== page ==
Meridian chosen for arts center
SELECTION Mayor John Robert Smith, left, is presented with a letter from Paul Ott informing him that Meridian has been selected as the site for the Mississippi Arts and Entertainment Center. Photo by Ben Alexander/The Meridian Star
By Ben Alexander/The Meridian Star
Dec. 21, 2000
Meridian lost the first round in the battle for a proposed Mississippi Arts and Entertainment Center to Jackson in April, but took round two Wednesday as the selection committee reversed its earlier choice.
Paul Ott, chairman of the committee, gave Meridian Mayor John Robert Smith the good news Wednesday afternoon but also voiced reservations about how construction of the $35 million facility would be funded.
City officials were first contacted about presenting Meridian as a possible site in October 1999. Smith said his team never gave up the effort, even when a Stennis Institute recommendation swayed the committee to name Jackson as the site.
Smith said he was surprised on Wednesday to hear that Commissioner of Agriculture and Commerce Lester Spell Jr. had requested a meeting. His questions gave way to exhilaration as Spell and Ott presented him with a letter announcing Meridian as the site for the center.
Ott commented on the selection process.
Ott said committee members gave Jackson officials a Dec. 15 deadline to propose a site for the center. When city officials failed to propose one acceptable to everyone, the selection committee unanimously voted to award the facility to Meridian.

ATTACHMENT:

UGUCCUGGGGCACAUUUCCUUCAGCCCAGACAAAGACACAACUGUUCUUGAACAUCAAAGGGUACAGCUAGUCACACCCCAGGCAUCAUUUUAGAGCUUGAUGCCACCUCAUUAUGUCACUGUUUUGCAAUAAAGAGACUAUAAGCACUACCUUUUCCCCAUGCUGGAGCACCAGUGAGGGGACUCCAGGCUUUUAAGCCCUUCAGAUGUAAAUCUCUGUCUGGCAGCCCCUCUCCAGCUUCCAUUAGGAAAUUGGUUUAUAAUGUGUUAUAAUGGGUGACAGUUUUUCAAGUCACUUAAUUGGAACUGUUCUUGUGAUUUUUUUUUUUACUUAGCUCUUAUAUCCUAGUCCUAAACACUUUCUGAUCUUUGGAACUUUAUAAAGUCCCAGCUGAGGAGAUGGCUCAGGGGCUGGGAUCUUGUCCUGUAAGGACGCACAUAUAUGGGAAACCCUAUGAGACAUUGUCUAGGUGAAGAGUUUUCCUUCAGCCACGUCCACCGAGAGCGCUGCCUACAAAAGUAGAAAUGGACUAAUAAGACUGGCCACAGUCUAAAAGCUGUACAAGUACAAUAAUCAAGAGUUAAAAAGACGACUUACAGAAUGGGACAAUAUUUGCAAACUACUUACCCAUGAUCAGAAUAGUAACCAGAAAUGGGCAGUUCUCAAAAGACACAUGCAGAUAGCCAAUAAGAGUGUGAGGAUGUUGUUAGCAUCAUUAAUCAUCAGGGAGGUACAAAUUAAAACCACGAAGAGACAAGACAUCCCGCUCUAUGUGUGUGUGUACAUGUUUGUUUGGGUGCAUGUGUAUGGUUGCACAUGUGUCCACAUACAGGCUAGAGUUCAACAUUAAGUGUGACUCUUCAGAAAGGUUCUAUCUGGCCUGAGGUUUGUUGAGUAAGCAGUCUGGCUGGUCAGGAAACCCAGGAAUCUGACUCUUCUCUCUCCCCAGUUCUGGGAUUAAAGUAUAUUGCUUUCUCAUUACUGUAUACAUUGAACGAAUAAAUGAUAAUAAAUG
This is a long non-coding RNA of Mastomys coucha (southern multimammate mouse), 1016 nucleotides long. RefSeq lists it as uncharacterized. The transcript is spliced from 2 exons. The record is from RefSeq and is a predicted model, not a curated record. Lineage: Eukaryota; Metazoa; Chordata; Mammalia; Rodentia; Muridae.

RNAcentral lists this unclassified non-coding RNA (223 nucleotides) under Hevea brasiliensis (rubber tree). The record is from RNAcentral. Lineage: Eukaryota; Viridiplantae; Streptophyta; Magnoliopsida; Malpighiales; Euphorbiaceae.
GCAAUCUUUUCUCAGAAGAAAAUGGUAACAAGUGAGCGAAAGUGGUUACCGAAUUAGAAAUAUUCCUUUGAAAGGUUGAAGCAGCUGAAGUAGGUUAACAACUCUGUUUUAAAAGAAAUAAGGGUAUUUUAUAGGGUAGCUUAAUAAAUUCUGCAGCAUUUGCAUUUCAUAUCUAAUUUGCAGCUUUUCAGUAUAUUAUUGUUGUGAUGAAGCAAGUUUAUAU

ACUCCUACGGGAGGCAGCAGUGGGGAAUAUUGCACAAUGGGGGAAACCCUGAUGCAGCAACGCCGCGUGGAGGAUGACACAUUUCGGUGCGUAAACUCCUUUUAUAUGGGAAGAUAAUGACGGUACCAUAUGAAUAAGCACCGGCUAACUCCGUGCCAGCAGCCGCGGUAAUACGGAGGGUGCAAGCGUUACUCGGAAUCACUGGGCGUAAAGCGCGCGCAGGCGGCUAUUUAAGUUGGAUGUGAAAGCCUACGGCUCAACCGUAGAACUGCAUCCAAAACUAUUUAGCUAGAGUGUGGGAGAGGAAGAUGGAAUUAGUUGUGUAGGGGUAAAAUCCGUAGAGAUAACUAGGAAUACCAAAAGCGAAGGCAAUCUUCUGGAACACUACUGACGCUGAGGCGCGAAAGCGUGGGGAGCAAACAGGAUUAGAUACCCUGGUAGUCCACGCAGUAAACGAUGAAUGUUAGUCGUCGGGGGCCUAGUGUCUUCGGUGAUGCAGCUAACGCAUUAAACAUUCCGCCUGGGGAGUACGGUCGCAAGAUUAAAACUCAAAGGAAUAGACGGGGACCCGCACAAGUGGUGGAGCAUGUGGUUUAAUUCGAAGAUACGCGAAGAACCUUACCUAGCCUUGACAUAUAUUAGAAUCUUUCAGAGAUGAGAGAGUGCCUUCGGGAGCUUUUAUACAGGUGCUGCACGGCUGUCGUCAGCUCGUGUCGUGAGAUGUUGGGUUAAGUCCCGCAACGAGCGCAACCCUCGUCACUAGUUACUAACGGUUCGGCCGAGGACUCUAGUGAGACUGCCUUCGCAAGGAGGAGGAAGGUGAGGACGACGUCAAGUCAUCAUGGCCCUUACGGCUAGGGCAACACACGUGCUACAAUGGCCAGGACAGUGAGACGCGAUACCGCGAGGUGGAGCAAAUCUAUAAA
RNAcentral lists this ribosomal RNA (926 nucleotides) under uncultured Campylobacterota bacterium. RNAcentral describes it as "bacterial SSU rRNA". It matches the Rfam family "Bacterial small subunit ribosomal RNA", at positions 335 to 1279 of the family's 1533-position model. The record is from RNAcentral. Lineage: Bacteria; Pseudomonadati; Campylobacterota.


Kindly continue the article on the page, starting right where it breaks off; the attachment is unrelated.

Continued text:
The center was originally billed as a state-funded project, but Ott said other revenue sources may have to be tapped for its construction and operation.
The center could eventually support itself, Ott speculated, without financial backing from the state.
Ott said members of his committee "swooned" when they saw the Bonita Lakes site.
City leaders lobbied legislators with a weekend retreat to Meridian in October. Smith said the effort paid off when several lawmakers "encouraged" members of the selection committee to consider Meridian.
The mayor pledged that the city would be a good custodian for the state's art center and said it could rise to "national significance."
Ben Alexander is a staff writer for The Meridian Star. E-mail him at email@example.com.